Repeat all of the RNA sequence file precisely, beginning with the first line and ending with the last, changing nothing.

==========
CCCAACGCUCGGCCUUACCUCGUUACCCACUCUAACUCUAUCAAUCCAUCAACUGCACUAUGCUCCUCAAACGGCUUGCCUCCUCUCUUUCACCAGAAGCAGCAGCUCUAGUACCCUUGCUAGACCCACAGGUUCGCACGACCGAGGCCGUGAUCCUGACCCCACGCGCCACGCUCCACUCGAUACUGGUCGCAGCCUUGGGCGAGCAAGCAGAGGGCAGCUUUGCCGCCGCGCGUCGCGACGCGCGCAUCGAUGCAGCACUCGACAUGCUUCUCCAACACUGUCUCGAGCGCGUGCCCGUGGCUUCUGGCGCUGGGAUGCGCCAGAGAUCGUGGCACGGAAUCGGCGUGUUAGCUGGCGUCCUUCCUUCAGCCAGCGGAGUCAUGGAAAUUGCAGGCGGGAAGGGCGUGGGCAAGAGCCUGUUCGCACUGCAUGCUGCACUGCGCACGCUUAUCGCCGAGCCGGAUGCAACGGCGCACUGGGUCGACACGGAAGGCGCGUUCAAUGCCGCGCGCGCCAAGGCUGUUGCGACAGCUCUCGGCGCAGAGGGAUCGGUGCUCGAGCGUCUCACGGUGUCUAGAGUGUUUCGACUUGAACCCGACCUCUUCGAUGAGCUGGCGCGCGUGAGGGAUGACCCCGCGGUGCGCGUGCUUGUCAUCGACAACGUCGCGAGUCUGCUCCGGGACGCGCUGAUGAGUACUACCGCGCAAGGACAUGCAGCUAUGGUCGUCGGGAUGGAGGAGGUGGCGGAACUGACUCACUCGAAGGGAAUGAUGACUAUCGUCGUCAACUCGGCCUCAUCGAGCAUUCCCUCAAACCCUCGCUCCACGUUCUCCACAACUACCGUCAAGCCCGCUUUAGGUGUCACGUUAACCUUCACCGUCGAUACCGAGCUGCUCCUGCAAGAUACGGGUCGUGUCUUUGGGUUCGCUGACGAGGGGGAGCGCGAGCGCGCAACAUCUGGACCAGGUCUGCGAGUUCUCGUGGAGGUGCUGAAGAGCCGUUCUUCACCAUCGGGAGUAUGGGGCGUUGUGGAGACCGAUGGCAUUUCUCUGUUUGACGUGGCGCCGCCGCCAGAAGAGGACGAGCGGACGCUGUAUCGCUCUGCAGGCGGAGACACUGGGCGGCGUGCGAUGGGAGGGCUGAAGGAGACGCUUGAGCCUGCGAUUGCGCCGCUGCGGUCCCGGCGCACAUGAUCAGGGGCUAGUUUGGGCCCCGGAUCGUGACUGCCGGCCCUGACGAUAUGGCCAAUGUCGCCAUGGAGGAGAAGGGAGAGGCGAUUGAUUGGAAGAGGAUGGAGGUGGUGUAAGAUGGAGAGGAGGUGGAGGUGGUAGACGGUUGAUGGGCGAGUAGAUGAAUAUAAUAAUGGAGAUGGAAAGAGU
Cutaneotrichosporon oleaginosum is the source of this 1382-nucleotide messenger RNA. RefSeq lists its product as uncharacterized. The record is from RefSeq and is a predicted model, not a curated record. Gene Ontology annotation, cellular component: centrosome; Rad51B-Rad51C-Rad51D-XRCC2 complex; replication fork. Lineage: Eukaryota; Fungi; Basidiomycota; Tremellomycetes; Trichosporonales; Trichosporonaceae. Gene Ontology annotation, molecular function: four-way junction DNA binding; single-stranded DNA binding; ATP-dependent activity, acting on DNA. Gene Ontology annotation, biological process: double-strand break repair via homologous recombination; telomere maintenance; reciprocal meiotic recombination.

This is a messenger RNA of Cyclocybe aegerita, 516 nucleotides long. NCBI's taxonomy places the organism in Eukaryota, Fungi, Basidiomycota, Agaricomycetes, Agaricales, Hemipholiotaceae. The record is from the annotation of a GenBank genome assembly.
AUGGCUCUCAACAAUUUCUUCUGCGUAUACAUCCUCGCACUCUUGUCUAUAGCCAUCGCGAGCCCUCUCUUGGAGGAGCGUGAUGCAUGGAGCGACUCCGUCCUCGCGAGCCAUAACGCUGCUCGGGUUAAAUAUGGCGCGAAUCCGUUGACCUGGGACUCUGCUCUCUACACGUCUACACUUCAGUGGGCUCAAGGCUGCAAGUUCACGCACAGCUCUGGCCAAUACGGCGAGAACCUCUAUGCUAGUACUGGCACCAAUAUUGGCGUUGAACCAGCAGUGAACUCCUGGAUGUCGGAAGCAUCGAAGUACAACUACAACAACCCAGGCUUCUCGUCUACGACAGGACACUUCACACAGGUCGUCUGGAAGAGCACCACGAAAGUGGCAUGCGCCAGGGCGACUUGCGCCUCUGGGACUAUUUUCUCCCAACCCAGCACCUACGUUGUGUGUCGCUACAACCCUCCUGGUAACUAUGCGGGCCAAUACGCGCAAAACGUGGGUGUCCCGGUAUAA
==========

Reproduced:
CCCAACGCUCGGCCUUACCUCGUUACCCACUCUAACUCUAUCAAUCCAUCAACUGCACUAUGCUCCUCAAACGGCUUGCCUCCUCUCUUUCACCAGAAGCAGCAGCUCUAGUACCCUUGCUAGACCCACAGGUUCGCACGACCGAGGCCGUGAUCCUGACCCCACGCGCCACGCUCCACUCGAUACUGGUCGCAGCCUUGGGCGAGCAAGCAGAGGGCAGCUUUGCCGCCGCGCGUCGCGACGCGCGCAUCGAUGCAGCACUCGACAUGCUUCUCCAACACUGUCUCGAGCGCGUGCCCGUGGCUUCUGGCGCUGGGAUGCGCCAGAGAUCGUGGCACGGAAUCGGCGUGUUAGCUGGCGUCCUUCCUUCAGCCAGCGGAGUCAUGGAAAUUGCAGGCGGGAAGGGCGUGGGCAAGAGCCUGUUCGCACUGCAUGCUGCACUGCGCACGCUUAUCGCCGAGCCGGAUGCAACGGCGCACUGGGUCGACACGGAAGGCGCGUUCAAUGCCGCGCGCGCCAAGGCUGUUGCGACAGCUCUCGGCGCAGAGGGAUCGGUGCUCGAGCGUCUCACGGUGUCUAGAGUGUUUCGACUUGAACCCGACCUCUUCGAUGAGCUGGCGCGCGUGAGGGAUGACCCCGCGGUGCGCGUGCUUGUCAUCGACAACGUCGCGAGUCUGCUCCGGGACGCGCUGAUGAGUACUACCGCGCAAGGACAUGCAGCUAUGGUCGUCGGGAUGGAGGAGGUGGCGGAACUGACUCACUCGAAGGGAAUGAUGACUAUCGUCGUCAACUCGGCCUCAUCGAGCAUUCCCUCAAACCCUCGCUCCACGUUCUCCACAACUACCGUCAAGCCCGCUUUAGGUGUCACGUUAACCUUCACCGUCGAUACCGAGCUGCUCCUGCAAGAUACGGGUCGUGUCUUUGGGUUCGCUGACGAGGGGGAGCGCGAGCGCGCAACAUCUGGACCAGGUCUGCGAGUUCUCGUGGAGGUGCUGAAGAGCCGUUCUUCACCAUCGGGAGUAUGGGGCGUUGUGGAGACCGAUGGCAUUUCUCUGUUUGACGUGGCGCCGCCGCCAGAAGAGGACGAGCGGACGCUGUAUCGCUCUGCAGGCGGAGACACUGGGCGGCGUGCGAUGGGAGGGCUGAAGGAGACGCUUGAGCCUGCGAUUGCGCCGCUGCGGUCCCGGCGCACAUGAUCAGGGGCUAGUUUGGGCCCCGGAUCGUGACUGCCGGCCCUGACGAUAUGGCCAAUGUCGCCAUGGAGGAGAAGGGAGAGGCGAUUGAUUGGAAGAGGAUGGAGGUGGUGUAAGAUGGAGAGGAGGUGGAGGUGGUAGACGGUUGAUGGGCGAGUAGAUGAAUAUAAUAAUGGAGAUGGAAAGAGU
Cutaneotrichosporon oleaginosum is the source of this 1382-nucleotide messenger RNA. RefSeq lists its product as uncharacterized. The record is from RefSeq and is a predicted model, not a curated record. Gene Ontology annotation, cellular component: centrosome; Rad51B-Rad51C-Rad51D-XRCC2 complex; replication fork. Lineage: Eukaryota; Fungi; Basidiomycota; Tremellomycetes; Trichosporonales; Trichosporonaceae. Gene Ontology annotation, molecular function: four-way junction DNA binding; single-stranded DNA binding; ATP-dependent activity, acting on DNA. Gene Ontology annotation, biological process: double-strand break repair via homologous recombination; telomere maintenance; reciprocal meiotic recombination.

This is a messenger RNA of Cyclocybe aegerita, 516 nucleotides long. NCBI's taxonomy places the organism in Eukaryota, Fungi, Basidiomycota, Agaricomycetes, Agaricales, Hemipholiotaceae. The record is from the annotation of a GenBank genome assembly.
AUGGCUCUCAACAAUUUCUUCUGCGUAUACAUCCUCGCACUCUUGUCUAUAGCCAUCGCGAGCCCUCUCUUGGAGGAGCGUGAUGCAUGGAGCGACUCCGUCCUCGCGAGCCAUAACGCUGCUCGGGUUAAAUAUGGCGCGAAUCCGUUGACCUGGGACUCUGCUCUCUACACGUCUACACUUCAGUGGGCUCAAGGCUGCAAGUUCACGCACAGCUCUGGCCAAUACGGCGAGAACCUCUAUGCUAGUACUGGCACCAAUAUUGGCGUUGAACCAGCAGUGAACUCCUGGAUGUCGGAAGCAUCGAAGUACAACUACAACAACCCAGGCUUCUCGUCUACGACAGGACACUUCACACAGGUCGUCUGGAAGAGCACCACGAAAGUGGCAUGCGCCAGGGCGACUUGCGCCUCUGGGACUAUUUUCUCCCAACCCAGCACCUACGUUGUGUGUCGCUACAACCCUCCUGGUAACUAUGCGGGCCAAUACGCGCAAAACGUGGGUGUCCCGGUAUAA